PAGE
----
Has Hermès' Strong Momentum Reached a Tipping Point in China?


Alexander Wei | March 22, 2022

Hermès presents its summer windows at the Hermès Shanghai Maison, titled Newcomers, in collaboration with Chinese artist Xu ZhenCredit: Hermès

While its full-year results started on a high note, a lack of growth in the fourth quarter of 2021 was attributed to production capacity issues. Will Hermès be able to keep its momentum going in the face of a decelerating Chinese market?

The past year has marked the return to growth for the global luxury industry. According to a report co-published by Bain and Altagamma, the global personal luxury market was expected to reach 283 billion Euros in 2021, surpassing pre-pandemic levels.

Nonetheless, the market continues to experience highs and lows. When it comes to splurging, consumers are falling back on big, established labels especially given the volatile global economic situation – which is why global luxury behemoths such as LVMH, Kering, Prada, and Richemont are outperforming the broader market.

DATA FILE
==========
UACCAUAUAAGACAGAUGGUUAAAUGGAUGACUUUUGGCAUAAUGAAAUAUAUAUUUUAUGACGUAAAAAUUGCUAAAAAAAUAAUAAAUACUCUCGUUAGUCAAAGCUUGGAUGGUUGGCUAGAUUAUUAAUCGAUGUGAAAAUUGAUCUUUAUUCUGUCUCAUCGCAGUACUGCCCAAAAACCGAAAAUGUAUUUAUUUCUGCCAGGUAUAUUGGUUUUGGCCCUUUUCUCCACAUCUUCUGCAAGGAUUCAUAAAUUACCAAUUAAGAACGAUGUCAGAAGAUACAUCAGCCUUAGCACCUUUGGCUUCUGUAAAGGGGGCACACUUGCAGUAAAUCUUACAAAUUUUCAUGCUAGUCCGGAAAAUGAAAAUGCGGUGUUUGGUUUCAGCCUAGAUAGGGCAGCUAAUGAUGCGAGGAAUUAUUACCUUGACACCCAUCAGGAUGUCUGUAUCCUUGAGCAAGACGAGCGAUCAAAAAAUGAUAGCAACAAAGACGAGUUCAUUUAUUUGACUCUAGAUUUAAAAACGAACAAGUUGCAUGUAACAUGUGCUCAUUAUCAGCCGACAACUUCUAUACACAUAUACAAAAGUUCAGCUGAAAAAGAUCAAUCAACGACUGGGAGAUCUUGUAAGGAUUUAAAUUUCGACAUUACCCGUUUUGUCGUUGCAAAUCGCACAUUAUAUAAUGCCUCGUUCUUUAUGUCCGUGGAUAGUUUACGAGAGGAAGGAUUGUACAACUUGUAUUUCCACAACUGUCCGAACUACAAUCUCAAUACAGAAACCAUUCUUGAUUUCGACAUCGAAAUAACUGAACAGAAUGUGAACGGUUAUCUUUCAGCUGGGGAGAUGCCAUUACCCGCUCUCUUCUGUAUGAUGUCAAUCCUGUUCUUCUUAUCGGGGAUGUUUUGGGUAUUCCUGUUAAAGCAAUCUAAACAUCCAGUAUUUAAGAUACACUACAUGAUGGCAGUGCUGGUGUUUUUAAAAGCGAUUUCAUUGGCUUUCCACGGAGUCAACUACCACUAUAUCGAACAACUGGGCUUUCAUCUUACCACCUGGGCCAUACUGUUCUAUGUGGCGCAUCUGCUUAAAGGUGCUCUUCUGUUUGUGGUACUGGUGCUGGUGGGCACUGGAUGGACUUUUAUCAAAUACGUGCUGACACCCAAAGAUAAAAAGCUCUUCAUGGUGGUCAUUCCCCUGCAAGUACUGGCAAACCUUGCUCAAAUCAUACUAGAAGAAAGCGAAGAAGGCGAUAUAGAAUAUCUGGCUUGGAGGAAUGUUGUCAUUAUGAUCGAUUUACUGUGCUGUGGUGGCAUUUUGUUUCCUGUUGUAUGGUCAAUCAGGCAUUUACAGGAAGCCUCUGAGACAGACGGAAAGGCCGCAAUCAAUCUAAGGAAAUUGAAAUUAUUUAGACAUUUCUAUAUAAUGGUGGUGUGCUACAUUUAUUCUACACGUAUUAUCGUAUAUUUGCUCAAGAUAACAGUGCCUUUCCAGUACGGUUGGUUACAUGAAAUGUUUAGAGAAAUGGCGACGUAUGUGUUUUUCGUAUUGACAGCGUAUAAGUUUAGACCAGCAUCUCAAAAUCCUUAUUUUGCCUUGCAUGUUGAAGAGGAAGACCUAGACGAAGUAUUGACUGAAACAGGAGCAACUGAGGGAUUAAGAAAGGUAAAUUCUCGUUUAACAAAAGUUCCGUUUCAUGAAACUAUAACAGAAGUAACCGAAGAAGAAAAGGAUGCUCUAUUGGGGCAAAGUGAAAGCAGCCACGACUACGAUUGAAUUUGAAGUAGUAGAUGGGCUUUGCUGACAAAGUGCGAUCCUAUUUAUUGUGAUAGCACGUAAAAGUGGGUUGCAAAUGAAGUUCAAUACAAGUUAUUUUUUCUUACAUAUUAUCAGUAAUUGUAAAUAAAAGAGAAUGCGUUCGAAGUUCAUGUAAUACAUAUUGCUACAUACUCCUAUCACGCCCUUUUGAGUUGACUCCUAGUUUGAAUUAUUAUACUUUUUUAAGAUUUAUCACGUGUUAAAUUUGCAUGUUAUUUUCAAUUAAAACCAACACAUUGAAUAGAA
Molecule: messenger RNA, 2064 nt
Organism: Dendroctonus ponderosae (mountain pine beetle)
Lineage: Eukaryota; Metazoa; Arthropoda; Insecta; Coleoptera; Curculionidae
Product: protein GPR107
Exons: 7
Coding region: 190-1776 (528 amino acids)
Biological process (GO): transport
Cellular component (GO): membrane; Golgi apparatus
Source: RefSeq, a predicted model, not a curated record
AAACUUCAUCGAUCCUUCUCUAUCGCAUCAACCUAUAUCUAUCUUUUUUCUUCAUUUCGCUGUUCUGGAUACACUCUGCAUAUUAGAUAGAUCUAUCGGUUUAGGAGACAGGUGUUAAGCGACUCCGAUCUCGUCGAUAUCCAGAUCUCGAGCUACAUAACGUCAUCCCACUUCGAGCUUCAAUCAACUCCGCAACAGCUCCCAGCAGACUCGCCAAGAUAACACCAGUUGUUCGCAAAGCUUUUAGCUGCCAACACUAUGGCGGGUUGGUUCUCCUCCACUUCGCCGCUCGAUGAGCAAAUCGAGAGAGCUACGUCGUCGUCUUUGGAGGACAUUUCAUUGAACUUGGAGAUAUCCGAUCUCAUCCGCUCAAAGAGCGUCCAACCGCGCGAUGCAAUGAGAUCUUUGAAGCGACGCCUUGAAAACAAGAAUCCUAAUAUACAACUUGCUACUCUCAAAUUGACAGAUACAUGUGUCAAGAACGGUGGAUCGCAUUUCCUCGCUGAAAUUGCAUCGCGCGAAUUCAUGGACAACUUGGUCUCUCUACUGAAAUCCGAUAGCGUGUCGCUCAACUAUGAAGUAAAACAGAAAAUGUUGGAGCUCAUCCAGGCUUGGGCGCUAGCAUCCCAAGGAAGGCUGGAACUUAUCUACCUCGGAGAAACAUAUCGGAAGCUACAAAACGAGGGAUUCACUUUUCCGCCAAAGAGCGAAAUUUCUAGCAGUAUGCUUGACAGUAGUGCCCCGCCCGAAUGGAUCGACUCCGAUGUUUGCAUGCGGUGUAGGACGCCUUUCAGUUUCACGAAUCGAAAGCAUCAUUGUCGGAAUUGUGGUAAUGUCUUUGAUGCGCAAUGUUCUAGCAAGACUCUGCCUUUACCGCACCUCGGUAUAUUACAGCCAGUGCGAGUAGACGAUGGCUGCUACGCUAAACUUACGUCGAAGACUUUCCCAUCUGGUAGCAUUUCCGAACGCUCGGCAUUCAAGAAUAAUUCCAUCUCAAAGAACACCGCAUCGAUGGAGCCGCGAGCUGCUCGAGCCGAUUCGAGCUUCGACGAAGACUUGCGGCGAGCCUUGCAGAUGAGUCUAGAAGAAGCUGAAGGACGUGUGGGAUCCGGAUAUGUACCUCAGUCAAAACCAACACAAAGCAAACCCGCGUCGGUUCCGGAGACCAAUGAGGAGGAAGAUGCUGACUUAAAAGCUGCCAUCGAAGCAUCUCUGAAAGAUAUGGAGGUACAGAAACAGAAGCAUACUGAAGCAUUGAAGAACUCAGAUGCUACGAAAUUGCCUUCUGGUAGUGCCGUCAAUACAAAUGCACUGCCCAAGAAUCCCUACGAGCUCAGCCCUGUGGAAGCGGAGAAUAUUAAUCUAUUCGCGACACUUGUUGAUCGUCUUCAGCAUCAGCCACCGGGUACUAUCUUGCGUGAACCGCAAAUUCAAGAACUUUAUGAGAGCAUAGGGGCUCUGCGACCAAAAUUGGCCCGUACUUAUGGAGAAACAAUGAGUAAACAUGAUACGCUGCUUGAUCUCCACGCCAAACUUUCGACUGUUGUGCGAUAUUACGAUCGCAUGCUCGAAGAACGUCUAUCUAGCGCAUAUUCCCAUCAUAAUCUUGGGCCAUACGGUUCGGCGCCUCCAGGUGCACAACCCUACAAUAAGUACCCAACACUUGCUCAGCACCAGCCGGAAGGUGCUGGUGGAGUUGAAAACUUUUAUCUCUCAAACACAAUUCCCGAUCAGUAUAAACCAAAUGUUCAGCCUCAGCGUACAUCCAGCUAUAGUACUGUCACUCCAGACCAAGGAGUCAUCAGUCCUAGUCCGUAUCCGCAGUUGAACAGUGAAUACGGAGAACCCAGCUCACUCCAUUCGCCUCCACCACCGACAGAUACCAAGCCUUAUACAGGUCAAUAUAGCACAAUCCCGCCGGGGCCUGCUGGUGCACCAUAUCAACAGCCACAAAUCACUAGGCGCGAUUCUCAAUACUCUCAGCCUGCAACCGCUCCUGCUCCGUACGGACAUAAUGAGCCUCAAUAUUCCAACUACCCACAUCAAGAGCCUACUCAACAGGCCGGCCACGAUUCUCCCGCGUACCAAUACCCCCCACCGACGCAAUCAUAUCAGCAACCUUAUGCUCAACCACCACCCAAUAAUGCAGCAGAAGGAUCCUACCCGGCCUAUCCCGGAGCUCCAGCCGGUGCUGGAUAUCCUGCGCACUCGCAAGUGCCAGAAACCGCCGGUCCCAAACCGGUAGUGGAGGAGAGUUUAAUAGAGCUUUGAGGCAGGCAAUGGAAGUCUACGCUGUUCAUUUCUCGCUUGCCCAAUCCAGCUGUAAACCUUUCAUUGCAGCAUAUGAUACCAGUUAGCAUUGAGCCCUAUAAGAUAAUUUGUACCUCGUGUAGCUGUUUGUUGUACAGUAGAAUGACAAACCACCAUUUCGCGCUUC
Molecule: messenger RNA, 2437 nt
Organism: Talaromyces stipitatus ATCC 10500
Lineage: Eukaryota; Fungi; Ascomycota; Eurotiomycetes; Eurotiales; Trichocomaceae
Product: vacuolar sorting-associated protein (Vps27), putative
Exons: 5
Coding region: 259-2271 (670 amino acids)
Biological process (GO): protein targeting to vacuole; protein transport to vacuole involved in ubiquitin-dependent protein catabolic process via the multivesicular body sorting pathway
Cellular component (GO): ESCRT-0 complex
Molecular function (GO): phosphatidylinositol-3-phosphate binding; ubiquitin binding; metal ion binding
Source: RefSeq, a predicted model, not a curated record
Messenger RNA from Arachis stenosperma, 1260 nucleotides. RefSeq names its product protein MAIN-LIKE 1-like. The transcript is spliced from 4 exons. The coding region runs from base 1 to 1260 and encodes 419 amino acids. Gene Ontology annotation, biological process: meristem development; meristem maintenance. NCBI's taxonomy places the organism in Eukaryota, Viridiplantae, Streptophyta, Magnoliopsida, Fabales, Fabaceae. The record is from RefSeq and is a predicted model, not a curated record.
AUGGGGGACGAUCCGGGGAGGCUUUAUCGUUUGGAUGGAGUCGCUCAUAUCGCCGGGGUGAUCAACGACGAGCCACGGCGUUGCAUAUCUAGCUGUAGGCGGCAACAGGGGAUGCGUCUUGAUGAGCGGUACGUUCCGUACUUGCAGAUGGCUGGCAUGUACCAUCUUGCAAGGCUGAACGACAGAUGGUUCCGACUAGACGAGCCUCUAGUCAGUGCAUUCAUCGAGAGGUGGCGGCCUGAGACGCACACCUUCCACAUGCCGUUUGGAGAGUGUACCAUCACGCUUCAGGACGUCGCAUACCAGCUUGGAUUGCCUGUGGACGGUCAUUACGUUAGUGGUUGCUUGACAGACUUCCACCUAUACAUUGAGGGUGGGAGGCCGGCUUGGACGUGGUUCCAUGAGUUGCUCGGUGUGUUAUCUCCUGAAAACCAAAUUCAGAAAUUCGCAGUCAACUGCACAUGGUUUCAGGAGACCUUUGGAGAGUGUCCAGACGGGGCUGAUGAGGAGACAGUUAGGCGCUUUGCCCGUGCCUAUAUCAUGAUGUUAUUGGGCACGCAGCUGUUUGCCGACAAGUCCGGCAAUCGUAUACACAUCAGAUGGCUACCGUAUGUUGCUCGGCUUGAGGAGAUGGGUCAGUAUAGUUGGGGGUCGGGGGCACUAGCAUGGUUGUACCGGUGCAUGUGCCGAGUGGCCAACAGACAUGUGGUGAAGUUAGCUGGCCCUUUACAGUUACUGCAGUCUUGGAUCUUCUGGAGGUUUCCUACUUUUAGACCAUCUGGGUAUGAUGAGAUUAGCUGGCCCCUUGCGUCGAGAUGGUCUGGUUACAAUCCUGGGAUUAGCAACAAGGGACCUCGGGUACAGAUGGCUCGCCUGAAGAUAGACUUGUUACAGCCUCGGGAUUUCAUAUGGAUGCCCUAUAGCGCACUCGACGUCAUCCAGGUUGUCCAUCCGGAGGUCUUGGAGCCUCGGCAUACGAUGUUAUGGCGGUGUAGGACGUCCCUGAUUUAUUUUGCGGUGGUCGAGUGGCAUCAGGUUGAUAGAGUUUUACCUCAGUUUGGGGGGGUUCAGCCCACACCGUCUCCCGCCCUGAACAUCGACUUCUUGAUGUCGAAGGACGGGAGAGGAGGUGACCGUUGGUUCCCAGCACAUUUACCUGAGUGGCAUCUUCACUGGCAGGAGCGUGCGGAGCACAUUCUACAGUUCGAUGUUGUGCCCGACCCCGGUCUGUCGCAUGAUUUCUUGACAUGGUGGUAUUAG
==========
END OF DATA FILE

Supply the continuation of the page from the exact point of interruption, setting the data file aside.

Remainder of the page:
Hermès, known for its exclusivity, craftsmanship, and diverse product lines, is at the pinnacle of the luxury world, making it the most resilient luxury company during the pandemic. By the time the pandemic hit in mid-2020, the company had managed to maintain an operating margin of more than 20 per cent – compared to LVMH's single-digit margins – while many of its other peers still struggle to profit.

The group's revenue increased by 33 per cent over the previous year to nearly 9 billion Euros. The Asia-Pacific market (excluding Japan) continues to grow, accounting for 47 per cent of total revenue, and is the fastest growing regional market from a pre-epidemic comparable base.

Greater China, Australia, and Singapore were the primary drivers of growth in this market. As a result, analysts and luxury brands alike, including Hermès, are focusing on mainland China, a market that surged against the odds following the outbreak.

Expansion In Place